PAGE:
Shanghai planners are considering yet another urban splendor aimed at Chinese socializing. Cinepanorama — a semi-outdoor complex of a cinema-theater, restaurant and shopping — is designed by renowned architect Jean Pierre Heim, writes Jenny Hammond.

Every day the Shanghai skyline changes, new construction sprouts from the ruins of old buildings. The city is always pushing boundaries, with revolutionary architecture and skyscrapers that set and break world records.

Now Shanghai is set to go one step further with a proposal for Cinepanorama, said by the designer, Jean Pierre Heim, to be the world's largest outdoor multimedia center.

The concept envisions an open-air outdoor complex of three overlapping zones, including a shopping area, a 250-seat restaurant and an open-air single-screen cinema for 850 to 3,000 people. The complex will have numerous side rooms where people can socialize and watch TV and movies.

Heim, a world-renowned architect and designer, is the man behind the vision.

He says, "The proposal suggests a new intersection between public space, cultural programs, technology and architecture to create a lively and vibrant landmark within the urban landscape as an icon of contemporary culture."

Heim says several enterprises are bidding to host the center that will be built atop an existing structure. So the site will be determined by the city's selection of bidder. It should be completed before tourists arrive for the 2008 Beijing Olympics, he told Shanghai Daily.

Heim is in talks to produce Cinepanorama, his second project in China after his exclusive private club in Beijing, which is under construction.

His most recognizable works include the Frankfurt Opera House, Offenbach, the Dresden Opera house and Luxor Palace Theater. He submitted a proposal for Ground Zero in New York, site of the former World Trade Center. Though it was not accepted in total, some of his ideas are under consideration for part of what will be built there.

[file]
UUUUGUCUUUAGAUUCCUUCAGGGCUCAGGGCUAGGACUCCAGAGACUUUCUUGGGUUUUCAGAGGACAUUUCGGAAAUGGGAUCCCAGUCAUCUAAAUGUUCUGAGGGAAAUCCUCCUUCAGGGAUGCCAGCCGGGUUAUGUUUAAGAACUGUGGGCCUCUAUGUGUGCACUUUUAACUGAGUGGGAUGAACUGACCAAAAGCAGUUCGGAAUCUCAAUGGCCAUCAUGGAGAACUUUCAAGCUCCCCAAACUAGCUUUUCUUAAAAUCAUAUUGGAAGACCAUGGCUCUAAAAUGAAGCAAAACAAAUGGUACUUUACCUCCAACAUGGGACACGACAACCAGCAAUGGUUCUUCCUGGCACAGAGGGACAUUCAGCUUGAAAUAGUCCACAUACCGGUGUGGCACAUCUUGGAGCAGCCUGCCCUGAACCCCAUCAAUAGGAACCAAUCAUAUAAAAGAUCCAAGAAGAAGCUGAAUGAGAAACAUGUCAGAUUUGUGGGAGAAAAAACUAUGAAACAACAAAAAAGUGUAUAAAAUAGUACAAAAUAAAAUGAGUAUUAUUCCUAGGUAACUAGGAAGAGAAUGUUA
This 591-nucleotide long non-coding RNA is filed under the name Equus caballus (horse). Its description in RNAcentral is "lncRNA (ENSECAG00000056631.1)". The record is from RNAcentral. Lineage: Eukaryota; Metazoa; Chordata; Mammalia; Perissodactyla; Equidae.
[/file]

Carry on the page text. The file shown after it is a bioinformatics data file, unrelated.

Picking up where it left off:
He first came to China through sales of his book, "Jean Pierre Heim," about his work. It was printed in China and drew considerable attention from Shanghai developers.

Heim has offices in New York, Paris and Athens. He says he enjoys Shanghai's diversity and eclecticism.

"Shanghai architecture is very chaotic. There is no exact style with the high rise buildings neighbored by neo-classic and then art deco and modern," he says.

"I think my design will complement this mixture, taking into consideration the traditional but also the European and American cultures here, bringing new elements to architecture."

His designs offer reference to the past with symmetry and strong materials like stone and contrasting with contemporary materials like glass, which will be used widely in the Cinepanorama.

"Built into the floor plan of the cinema are elements taken from the Imperial City - comparing the two, they are very similar. This gives my design, which is obviously very modern, influences of Chinese culture."